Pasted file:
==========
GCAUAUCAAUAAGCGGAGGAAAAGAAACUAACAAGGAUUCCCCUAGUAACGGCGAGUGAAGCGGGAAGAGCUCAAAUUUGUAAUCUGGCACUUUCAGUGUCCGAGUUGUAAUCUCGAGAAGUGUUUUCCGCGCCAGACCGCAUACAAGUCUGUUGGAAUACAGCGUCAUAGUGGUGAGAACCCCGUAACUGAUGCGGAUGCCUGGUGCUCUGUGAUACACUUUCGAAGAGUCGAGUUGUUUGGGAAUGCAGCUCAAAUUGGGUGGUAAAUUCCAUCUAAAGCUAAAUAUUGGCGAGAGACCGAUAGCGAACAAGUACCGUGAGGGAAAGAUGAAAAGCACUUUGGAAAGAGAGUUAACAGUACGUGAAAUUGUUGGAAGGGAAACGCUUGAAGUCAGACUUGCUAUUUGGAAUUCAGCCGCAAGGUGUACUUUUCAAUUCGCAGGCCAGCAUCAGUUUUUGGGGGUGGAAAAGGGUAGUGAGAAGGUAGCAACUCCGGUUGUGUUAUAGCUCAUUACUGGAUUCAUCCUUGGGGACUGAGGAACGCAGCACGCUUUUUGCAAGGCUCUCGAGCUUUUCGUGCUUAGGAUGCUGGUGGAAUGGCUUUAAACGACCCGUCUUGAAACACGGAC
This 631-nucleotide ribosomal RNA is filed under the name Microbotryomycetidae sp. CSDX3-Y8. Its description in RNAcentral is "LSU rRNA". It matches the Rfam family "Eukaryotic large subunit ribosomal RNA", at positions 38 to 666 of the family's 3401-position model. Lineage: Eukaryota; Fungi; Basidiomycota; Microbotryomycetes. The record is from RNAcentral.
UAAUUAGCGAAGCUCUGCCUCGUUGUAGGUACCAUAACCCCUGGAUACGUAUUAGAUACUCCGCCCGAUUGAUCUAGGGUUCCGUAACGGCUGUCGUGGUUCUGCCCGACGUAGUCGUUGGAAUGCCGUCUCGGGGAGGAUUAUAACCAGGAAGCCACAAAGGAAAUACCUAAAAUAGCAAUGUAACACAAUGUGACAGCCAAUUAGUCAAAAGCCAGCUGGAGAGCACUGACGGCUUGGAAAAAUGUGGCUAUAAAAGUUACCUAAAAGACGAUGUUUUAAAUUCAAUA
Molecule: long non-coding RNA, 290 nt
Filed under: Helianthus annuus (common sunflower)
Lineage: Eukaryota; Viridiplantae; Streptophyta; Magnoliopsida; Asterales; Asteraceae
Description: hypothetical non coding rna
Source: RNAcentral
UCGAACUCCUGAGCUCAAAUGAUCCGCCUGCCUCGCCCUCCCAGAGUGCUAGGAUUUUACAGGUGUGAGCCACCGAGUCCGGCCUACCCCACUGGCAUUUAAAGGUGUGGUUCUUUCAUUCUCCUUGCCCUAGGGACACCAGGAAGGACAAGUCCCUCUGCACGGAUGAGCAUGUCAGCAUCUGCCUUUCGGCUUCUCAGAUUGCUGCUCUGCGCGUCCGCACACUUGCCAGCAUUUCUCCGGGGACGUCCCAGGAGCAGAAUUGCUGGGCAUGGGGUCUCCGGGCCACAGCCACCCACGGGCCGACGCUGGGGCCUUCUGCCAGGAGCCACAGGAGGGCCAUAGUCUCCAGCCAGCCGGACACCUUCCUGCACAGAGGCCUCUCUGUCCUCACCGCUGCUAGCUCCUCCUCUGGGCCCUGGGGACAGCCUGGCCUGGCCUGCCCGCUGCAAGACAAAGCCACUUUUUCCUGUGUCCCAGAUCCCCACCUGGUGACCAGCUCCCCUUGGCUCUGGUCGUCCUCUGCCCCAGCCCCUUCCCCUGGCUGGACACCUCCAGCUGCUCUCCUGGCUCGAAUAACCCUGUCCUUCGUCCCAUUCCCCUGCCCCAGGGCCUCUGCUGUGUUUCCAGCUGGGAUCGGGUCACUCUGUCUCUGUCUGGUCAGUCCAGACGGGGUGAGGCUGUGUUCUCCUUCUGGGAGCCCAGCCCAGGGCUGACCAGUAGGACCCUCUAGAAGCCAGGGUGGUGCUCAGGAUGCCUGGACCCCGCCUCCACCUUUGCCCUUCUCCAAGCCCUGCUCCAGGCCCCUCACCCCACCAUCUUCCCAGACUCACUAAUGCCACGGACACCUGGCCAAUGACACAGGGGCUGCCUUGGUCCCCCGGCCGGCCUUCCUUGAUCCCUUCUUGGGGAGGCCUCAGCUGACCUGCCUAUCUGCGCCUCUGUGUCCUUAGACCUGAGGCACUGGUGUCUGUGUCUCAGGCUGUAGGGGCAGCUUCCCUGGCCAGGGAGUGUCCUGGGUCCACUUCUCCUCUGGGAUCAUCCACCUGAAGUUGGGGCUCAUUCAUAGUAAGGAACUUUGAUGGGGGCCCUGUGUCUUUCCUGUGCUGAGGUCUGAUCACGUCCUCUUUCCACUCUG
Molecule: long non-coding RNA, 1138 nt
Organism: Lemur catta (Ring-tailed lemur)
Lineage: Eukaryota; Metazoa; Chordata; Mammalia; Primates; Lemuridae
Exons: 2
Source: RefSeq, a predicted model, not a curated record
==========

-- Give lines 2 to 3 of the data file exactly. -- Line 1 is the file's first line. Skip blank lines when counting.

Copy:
This 631-nucleotide ribosomal RNA is filed under the name Microbotryomycetidae sp. CSDX3-Y8. Its description in RNAcentral is "LSU rRNA". It matches the Rfam family "Eukaryotic large subunit ribosomal RNA", at positions 38 to 666 of the family's 3401-position model. Lineage: Eukaryota; Fungi; Basidiomycota; Microbotryomycetes. The record is from RNAcentral.
UAAUUAGCGAAGCUCUGCCUCGUUGUAGGUACCAUAACCCCUGGAUACGUAUUAGAUACUCCGCCCGAUUGAUCUAGGGUUCCGUAACGGCUGUCGUGGUUCUGCCCGACGUAGUCGUUGGAAUGCCGUCUCGGGGAGGAUUAUAACCAGGAAGCCACAAAGGAAAUACCUAAAAUAGCAAUGUAACACAAUGUGACAGCCAAUUAGUCAAAAGCCAGCUGGAGAGCACUGACGGCUUGGAAAAAUGUGGCUAUAAAAGUUACCUAAAAGACGAUGUUUUAAAUUCAAUA